Warehouses are unique in the scope of closed-circuit television systems for the same reason it so crucial t hat they be equipped with cameras: their inventory. Though homes and businesses do have assets that can be targeted by thieves, they both pale in comparison to a large warehouse with literally millions of dollars worth of inventory moving in and out on a daily basis, every bit of which a tempting target for an employee who needs an extra buck.
The problem is that even the most stringent inventory control can still suffer from holes. Especially when moving high-value commodities such as liquor or clothing, it is not at all uncommon for workers to help themselves to entire cases of products while loading trucks, or to simply wait until no one is looking and fill a backpack, either to keep for themselves or to sell online (for instance, on eBay or Craigslist). Of course, what’s easy cash for them is a major problem and extra expense for you. The main problem, and what makes warehouses so vulnerable to this kind of theft, is that with a large inventory moving on a daily basis, it can be easy for stolen units to go unmissed for days or even weeks after the original theft. At that point it’s like trying to find a needle in a haystack when all of the sudden someone changes the haystack.
The presence of cameras can do a lot to ameliorate this. Even considering that, though, it can be overwhelming to contemplate the internal scale of a warehouse-based camera system. Even the smallest warehouse is a large building by normal standards, so how can it be possible to cover everything at an acceptable cost, especially if overages have already cut into profits? With a bit of planning, though, covering a warehouse can not only be simple, but also inexpensive. This is because, for a basic system, it is not necessarily the best strategy to cover every square inch of the building, but rather a simpler option would be to just cover entrance and exit points. From the perspective of a surveillance system, this can almost always be accomplished on a much smaller scale.
The main emphasis of a system such as this one would be the loading areas. Here, adding cameras outside over every bay (simple outdoor bullet cameras such as the KG-230CWB would be ideal for this application) would not only allow managers to monitor for theft, it would also help monitor the supply chain as well since these cameras would also provide visual records of the exact times trucks arrived and departed. Adopting this strategy not only means management may never have to hear a story about a box mysteriously falling off the truck again, it also means that incidental inefficiencies within the shipping process could also be identified and corrected.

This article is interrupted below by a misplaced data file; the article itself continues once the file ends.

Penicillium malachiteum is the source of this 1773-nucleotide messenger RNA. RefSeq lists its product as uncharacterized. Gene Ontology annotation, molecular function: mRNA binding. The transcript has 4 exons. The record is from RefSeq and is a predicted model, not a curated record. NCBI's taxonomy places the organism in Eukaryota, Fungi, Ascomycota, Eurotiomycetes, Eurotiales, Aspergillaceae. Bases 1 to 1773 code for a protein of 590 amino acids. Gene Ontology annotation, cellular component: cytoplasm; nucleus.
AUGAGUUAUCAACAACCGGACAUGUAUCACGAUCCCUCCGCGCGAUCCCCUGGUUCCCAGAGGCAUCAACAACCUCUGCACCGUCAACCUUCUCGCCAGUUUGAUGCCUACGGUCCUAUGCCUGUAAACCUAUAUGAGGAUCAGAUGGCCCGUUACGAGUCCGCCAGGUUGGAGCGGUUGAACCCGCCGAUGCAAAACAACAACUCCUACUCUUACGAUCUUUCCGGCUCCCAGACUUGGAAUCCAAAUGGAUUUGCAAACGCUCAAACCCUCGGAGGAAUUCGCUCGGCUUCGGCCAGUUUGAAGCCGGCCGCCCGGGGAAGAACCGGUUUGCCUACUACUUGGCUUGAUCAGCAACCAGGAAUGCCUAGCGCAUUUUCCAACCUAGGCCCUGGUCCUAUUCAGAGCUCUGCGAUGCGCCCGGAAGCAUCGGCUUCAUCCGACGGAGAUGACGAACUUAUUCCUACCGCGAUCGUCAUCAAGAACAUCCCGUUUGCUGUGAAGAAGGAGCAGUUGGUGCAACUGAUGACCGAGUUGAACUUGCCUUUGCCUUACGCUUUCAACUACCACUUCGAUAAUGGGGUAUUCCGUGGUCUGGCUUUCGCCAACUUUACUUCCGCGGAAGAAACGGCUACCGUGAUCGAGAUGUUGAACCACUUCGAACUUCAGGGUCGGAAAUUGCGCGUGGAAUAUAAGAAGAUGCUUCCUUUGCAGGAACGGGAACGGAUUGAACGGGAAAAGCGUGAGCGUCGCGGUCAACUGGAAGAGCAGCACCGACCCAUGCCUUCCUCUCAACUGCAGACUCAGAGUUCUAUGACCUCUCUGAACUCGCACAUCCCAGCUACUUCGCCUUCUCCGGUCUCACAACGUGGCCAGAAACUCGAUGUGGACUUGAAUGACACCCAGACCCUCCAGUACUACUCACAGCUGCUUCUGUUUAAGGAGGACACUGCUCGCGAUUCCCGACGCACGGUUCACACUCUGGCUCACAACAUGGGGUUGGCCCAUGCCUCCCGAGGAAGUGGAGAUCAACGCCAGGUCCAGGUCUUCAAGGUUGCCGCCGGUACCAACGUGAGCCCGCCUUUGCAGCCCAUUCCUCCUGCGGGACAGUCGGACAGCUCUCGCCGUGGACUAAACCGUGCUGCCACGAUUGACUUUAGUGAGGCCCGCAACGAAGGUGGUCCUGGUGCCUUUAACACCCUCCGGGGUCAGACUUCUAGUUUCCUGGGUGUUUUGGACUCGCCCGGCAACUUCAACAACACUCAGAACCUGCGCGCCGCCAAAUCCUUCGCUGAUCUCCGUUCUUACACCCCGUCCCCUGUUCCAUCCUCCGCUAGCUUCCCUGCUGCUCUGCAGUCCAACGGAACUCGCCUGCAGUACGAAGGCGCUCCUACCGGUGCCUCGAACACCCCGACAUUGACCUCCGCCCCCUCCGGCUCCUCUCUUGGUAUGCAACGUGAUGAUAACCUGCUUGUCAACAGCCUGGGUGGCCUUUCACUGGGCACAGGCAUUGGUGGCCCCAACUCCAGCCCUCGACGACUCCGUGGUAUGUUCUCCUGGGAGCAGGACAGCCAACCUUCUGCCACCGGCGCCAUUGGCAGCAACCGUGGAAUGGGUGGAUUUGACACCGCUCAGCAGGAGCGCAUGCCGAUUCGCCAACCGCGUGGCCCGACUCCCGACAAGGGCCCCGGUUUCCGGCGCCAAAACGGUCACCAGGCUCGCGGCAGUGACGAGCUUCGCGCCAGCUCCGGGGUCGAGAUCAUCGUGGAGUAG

Once that has been taken care of, a similar setup could be applied for the doors leading out of the warehouse as well, but in this instance identification of the employees walking out would be key. Mounting cameras indoors with the intent of getting tight facial shots (virtually any camera in the KG-602 family would excel at this, especially the 602VF) would not only allow managers to catch when employees come and go, but also provide valuable evidence as to, for instance, who seems to always have a backpack when they come out of the shop.
Aside from internal theft, though, since most warehouses are located in remote, industrial areas, and have large, featureless walls, they are also prime targets for graffiti and other forms of vandalism. Though it doesn’t affect the company books quite as directly, the fact of the matter is that having to clean or repair the building after even one episode of vandalism can be just as expensive as losing a few boxes of product. Bearing that in mind, it’s usually wise to equip the outside perimeter of the building at the same time that cameras are being installed in theft-sensitive areas, not only to take advantage of the economy of scale of the installation, but also to proactively deal with an outside threat.
Here, depending upon the situation, IR cameras can sometimes be appropriate (when trying to catch the vandal), but their limitations make them impractical for long-term use. A better option is usually to use box-style cameras (for instance, the KG-802), which can not only intelligently adapt as lighting situations change but are also highly-visible deterrents when put in their weatherproof housings. The idea at that point is that one can not only catch a vandal, but maybe even stop him from trying in the first place. Even when coupled with internal cameras, though, a warehouse system including anti-vandal cameras can usually be out the door at around $7000.
Recording for a warehouse-based system is generally the last thing we would want to consider, simply because the number of cameras that the building necessitates is largely the determining factor as to what kind of DVR would be right for the system, and in a situation such as this one where the emphasis is the coverage itself, the cameras should be stars of the show. Smaller systems on warehouses that aren’t experiencing any serious losses may do well with a simple four camera system and a1304NET standalone DVR, while a larger warehouse (or a warehouse with larger problems) would benefit more from the power and robustness of an industrial-quality PC-based system, such as the PC Witness Pro V\RT system, which can handle up to sixteen cameras recording at a high framerate. The important thing to remember, though, is never to fall victim to a cookie-cutter CCTV system. Your building is not exactly like your neighbor’s, so your surveillance system shouldn’t be exactly like his, either. Additionally, it is important not to lose sight of the fact that the system is an investment – curbing thefts and vandalism will serve to keep money from seeping out of the company.